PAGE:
In this article we discuss problems in IoT systems that can have major consequences using the Philips e-Alert system as an example.
The Internet-of-Things lends itself well to the health sector. In many sectors, the value proposition of introducing IoT products is unclear. And, as discussed in our article 3 Elements of IoT Success in 2019, having a clearly defined value proposition is a requirement of a successful IoT product. However, in the health sector, it is usually very clear what the advantages are. For example, being able to detect critical issues before they occur and being able to monitor heart rate at all times to ensure a heart health are some prime examples of the potential benefits of IoT.
This is what makes health related IoT products so compelling. However, like most things, there is no pro without some form of con. Philips' e-Alert system is a great example of this.
The Philips e-Alert system is "an intelligent hardware- or software-based tool that keeps a close virtual eye on your MRI system performance" (source). In other words, it is an IoT product that enables remote monitoring of an MRI system. The idea being, potential future issues could be avoided by detecting some system condition and notifying a system manager via mobile notification. The value proposition is very clear - reduce downtime of MRI systems. The value was so clear that this system won the “Most Innovative IoT Solution” at the World Communication Awards in 2017 (source).
So where exactly are the problems? Like many IoT systems they reside in the implementation.
On August 30 2018 the ICS-CERT released an advisory describing a large list of vulnerabilities found in the Philips e-Alert product (source). As the advisory outlines, there were nine major flaws found in the system. These flaws range in severity but "CLEARTEXT TRANSMISSION OF SENSITIVE INFORMATION" and "USE OF HARD-CODED CREDENTIALS" are likely the most critical ones (source).
The consequences of these vulnerabilities is up to speculation. The "CLEARTEXT TRANSMISSION OF SENSITIVE INFORMATION" issue for example, might enable attackers on the network to obtain the credentials and critical data of users of the system. This could allow the attacker to impersonate an authorized user of the system.
Another concerning issue is the "UNCONTROLLED RESOURCE CONSUMPTION" vulnerability. An attacker could potentially affect the e-Alert system in specific a way causing the system to consume more memory or CPU than intended, leading to a denial of service attack. A denial of service in terms of a health system could be the difference between life or death - in this case, it would mean the difference between a functioning MRI machine and a non-functioning MRI machine.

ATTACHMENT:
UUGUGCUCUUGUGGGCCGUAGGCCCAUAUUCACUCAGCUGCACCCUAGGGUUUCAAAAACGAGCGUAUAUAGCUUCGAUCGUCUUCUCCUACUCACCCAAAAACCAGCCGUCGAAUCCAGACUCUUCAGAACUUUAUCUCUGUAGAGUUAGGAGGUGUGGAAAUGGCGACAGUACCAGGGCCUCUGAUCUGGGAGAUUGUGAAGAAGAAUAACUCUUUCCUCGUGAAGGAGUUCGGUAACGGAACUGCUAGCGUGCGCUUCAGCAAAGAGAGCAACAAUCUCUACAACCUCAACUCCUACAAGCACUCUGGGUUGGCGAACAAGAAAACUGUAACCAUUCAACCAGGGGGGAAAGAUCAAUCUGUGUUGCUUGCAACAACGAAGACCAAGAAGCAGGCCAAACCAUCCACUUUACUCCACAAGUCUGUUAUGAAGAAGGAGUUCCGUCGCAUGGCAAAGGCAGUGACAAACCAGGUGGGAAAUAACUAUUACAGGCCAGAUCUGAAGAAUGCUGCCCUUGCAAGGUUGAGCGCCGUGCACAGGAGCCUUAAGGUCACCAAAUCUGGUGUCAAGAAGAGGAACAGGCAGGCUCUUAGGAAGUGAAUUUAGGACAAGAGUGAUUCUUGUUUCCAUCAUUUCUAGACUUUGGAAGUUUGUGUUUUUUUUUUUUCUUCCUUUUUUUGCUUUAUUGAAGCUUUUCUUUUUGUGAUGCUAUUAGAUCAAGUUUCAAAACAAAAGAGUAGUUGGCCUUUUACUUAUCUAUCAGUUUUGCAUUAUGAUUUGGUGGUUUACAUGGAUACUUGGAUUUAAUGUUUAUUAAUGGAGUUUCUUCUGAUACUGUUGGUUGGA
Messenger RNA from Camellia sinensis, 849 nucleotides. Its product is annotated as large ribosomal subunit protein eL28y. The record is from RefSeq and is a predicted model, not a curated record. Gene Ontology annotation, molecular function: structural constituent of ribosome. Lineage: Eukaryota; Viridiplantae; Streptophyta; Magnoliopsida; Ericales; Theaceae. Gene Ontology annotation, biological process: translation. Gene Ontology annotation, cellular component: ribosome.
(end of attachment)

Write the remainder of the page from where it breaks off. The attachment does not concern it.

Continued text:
As of September 2018, Philips has addressed four of these vulnerabilities, in an update released in June 2018. The "UNCONTROLLED RESOURCE CONSUMPTION" vulnerability is still present in the system. They plan on fixing the remaining vulnerabilities before the end of 2018 via a software update.
As of September 2018 here are no known public exploits, that attack these vulnerabilities (source). It is likely that Philips would have addressed these concerns more promptly if there were exploits.
Additionally, Philips is actively working on communicating with users to provide methods to reduce the consequences of these vulnerabilities.
A few things can be learned from this interesting IoT case study. For one, award winning IoT systems from large companies can have MAJOR vulnerabilities. Aspects such as encrypted transmission of data can not be expected by default. Secondly, critical bug fixes might take longer than expected. Philips has only addressed four of these nine vulnerabilities as of September 2018, however they are actively working to remedy these. Thirdly, providing mitigation methods to effected users and releasing public statements regarding the issues will help decrease loss of trust in a situation like this. Finally, the increasing importance of organizations like the ICS-CERT with the future of IoT is clearly visible here. Since Philips addressed the four biggest vulnerabilities before the release of the advisory, it is clear that they were aware of these issues. However, it is not clear if they were aware of the other issues mentioned in the advisory.
As a extension of this, it is important to realize that Philips is a very large company. If these problems exist in a Philips system, what types of problems exist in smaller companies' products?